ON TUESDAY, the WA Bureau of Meteorology (BOM) recorded the lowest pressure in Perth for November since the Mt Lawley observing site was relocated to in 1993.
Adding to this, a severe weather warning was issued for the South West of the State yesterday, including a warning for higher than normal tides and damaging winds up to 100km per hour.
WA BOM expert Neil Bennet says the conditions are certainly âsurprisingâ and warnings are rarely issues for these types of events this time of the year.
âItâs not unusual to see cold fronts coming up during the summer months, but theyâre usually very weak, nothing of this magnitude,â Mr Bennet says.
âUsually around about this period the weather pattern has shifted so the semi-permanent ridge of high pressure that circles the globe, sitting around about 30 degrees south, has started to move a little further to the south.
âTypically by February itâs fairly anchored south of the continent, so the movement of that sub-tropical ridge restricts the intrusion of cold air from the Antarctic regions and the cold fronts that are pushing up from the westerly band that runs south of that sub-tropical ridge.
âThese âtravelling lowsâ are there all the time, but during the winter months, the ridge itself pushes further to the north and will typically lie somewhere around Geraldton and Carnarvon, and that allows the western air flow to become established.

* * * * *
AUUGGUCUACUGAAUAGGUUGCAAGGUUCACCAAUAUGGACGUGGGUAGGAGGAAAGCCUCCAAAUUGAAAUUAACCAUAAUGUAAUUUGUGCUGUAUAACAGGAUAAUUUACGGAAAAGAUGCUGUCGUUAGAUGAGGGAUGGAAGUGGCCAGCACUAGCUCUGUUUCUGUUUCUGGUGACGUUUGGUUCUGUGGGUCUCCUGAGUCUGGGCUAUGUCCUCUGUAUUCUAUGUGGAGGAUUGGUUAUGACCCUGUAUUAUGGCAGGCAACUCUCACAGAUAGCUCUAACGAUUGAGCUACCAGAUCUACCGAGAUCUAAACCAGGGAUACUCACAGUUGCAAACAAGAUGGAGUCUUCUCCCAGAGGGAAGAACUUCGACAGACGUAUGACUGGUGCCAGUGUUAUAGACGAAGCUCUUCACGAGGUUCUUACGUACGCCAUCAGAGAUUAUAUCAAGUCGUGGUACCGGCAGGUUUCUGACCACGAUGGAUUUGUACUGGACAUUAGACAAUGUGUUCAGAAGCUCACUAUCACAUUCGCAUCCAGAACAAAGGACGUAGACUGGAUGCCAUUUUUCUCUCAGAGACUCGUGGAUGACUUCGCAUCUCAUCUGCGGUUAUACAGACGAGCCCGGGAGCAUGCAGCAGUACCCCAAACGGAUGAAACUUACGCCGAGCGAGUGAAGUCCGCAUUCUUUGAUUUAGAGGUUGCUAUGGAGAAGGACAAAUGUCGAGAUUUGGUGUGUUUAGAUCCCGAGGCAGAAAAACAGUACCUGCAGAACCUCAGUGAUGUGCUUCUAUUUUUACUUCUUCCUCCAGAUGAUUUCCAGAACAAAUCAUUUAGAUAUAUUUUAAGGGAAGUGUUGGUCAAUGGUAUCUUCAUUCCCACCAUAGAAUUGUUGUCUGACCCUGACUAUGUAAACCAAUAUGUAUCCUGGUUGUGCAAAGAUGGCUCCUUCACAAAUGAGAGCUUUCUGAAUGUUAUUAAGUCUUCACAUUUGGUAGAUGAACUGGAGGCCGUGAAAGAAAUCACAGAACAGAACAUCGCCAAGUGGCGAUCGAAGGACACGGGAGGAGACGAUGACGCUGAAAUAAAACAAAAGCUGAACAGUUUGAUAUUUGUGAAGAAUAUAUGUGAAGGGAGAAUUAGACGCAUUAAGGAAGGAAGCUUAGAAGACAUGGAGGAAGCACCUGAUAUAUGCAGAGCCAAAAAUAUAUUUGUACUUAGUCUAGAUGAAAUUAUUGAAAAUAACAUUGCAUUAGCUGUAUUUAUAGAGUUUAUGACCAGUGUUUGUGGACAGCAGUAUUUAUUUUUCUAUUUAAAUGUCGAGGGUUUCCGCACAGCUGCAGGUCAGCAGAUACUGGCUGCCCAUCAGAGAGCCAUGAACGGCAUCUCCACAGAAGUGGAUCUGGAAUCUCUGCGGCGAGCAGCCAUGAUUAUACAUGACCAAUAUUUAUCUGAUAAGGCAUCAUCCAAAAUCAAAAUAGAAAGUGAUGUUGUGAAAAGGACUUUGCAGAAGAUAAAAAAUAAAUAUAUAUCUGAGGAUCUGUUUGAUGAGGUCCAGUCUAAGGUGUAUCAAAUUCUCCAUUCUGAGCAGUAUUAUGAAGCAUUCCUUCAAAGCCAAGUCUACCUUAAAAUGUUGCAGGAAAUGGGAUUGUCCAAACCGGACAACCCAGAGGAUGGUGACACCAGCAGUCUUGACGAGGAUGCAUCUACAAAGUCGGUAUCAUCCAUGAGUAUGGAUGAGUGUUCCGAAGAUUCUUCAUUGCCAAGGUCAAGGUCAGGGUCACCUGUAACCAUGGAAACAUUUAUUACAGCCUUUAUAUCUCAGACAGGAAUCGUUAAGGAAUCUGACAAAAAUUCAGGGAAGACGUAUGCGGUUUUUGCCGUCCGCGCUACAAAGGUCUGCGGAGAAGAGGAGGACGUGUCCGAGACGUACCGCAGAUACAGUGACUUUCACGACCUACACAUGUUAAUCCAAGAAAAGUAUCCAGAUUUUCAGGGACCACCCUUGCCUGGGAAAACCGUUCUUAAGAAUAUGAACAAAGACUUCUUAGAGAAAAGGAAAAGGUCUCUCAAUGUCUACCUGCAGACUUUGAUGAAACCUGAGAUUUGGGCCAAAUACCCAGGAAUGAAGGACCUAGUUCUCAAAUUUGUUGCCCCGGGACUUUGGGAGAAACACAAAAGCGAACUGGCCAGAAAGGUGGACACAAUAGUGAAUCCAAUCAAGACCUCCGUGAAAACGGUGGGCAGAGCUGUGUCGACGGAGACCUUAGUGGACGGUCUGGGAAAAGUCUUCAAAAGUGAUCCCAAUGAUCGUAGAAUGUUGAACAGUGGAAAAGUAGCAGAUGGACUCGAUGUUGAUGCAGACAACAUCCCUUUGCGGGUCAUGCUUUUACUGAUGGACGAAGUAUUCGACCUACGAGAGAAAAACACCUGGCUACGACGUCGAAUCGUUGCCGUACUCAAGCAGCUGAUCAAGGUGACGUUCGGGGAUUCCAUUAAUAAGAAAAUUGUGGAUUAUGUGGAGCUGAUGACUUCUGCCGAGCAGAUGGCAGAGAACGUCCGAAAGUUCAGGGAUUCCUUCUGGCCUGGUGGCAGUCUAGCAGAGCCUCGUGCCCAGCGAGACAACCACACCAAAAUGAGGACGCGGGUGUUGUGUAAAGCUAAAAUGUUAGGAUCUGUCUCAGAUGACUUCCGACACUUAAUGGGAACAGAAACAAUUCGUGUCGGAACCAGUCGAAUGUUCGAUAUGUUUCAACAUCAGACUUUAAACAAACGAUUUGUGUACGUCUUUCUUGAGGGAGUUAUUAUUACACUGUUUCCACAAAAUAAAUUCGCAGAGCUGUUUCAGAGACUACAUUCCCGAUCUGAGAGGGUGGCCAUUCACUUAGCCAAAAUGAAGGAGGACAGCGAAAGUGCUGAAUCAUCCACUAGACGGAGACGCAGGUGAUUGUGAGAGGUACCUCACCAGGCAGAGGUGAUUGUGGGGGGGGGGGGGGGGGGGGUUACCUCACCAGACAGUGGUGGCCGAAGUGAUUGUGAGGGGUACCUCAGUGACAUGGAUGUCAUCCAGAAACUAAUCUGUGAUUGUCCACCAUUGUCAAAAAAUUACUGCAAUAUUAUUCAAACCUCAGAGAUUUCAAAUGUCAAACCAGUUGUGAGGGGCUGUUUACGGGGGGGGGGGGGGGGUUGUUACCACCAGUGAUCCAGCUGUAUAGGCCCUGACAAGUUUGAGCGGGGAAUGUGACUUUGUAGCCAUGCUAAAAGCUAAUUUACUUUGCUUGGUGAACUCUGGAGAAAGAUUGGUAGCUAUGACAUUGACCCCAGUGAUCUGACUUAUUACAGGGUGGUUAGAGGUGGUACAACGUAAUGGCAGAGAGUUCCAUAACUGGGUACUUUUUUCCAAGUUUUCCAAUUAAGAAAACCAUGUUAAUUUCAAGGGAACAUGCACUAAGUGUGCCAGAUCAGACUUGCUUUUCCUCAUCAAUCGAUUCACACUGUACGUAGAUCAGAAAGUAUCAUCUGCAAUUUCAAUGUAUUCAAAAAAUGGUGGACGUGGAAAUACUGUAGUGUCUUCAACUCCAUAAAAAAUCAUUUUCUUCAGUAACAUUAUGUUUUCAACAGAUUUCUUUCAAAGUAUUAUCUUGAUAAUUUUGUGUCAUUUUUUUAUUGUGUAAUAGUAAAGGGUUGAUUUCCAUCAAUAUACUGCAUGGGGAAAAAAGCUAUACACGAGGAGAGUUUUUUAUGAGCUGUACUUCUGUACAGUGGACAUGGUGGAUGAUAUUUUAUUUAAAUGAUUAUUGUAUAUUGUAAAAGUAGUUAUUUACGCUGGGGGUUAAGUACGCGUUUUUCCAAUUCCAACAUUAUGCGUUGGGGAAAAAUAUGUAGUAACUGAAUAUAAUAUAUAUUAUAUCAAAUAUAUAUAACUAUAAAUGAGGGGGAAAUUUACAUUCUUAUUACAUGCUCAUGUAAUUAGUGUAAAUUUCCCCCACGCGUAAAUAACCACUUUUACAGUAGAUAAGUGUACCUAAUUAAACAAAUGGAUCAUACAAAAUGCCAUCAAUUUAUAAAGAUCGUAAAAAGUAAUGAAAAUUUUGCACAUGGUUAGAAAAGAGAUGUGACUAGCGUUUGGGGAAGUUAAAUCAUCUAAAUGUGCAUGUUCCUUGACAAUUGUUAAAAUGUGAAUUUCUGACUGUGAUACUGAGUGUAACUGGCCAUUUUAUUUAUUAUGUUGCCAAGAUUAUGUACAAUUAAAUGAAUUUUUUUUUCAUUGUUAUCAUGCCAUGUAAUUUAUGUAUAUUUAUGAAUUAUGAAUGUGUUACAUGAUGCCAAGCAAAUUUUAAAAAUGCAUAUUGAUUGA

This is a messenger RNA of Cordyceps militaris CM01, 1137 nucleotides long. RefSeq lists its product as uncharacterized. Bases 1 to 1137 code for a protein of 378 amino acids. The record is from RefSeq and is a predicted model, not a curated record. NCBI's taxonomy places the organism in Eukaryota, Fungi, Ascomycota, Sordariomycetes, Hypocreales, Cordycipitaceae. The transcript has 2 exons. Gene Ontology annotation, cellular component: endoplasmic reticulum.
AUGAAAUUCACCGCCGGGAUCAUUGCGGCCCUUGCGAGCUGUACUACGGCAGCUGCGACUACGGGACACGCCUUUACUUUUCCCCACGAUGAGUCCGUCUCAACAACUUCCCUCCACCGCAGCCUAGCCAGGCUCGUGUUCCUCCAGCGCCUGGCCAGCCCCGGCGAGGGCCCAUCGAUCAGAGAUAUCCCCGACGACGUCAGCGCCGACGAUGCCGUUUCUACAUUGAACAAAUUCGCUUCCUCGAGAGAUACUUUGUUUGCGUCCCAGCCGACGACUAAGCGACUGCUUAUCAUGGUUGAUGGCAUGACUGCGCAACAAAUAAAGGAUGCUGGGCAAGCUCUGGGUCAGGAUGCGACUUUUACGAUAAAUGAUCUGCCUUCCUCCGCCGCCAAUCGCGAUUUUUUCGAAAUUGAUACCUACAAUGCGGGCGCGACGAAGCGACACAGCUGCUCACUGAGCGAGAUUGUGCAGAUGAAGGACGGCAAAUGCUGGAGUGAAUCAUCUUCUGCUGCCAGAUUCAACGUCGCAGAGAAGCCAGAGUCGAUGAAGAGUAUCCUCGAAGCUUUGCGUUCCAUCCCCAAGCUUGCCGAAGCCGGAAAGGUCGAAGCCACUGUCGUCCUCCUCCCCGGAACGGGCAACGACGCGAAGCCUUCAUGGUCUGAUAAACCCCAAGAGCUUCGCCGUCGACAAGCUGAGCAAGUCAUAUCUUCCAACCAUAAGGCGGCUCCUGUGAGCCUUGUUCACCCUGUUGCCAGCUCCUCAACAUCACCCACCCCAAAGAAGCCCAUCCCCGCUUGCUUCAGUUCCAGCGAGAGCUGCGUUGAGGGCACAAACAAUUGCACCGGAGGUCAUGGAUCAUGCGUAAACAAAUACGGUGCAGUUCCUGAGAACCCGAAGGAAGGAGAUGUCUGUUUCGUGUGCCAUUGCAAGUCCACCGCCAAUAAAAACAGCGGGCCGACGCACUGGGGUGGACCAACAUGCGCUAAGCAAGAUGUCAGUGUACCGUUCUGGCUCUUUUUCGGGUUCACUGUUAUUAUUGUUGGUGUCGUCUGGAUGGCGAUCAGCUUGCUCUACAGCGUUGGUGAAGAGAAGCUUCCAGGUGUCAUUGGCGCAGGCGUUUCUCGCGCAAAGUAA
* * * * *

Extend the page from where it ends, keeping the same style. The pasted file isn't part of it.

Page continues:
âNow this pattern [described above] is obviously a seasonal event and the averages have showed that it happens frequently and quite consistently, but on a daily or weekly basis youâre going to get those perturbations within that flow.
âWhat we saw this week was quite a cold, sharp movement northwards of the cold air, and the displacement of the ridge much further north for a short period of time.
âAnd a deep low pressure system formed, not too far off the west coast, which had a cold front associated with that low pressure, and thatâs why it was so windy.
âSo essentially, we got a winter pattern occurring towards the end of spring.â
Mr Bennet says while this kind of weather is highly unusual it cannot be attributed to climate change, but rather can be considered to be a one-off âhighly unusual eventâ.
He also says it should not continue into next week.
âWeâre already starting to move back into a more typical summer pattern, and by next week the forecast is shifting back to the 30 degree range.
He also says that the State can expect a typical cyclone season this period.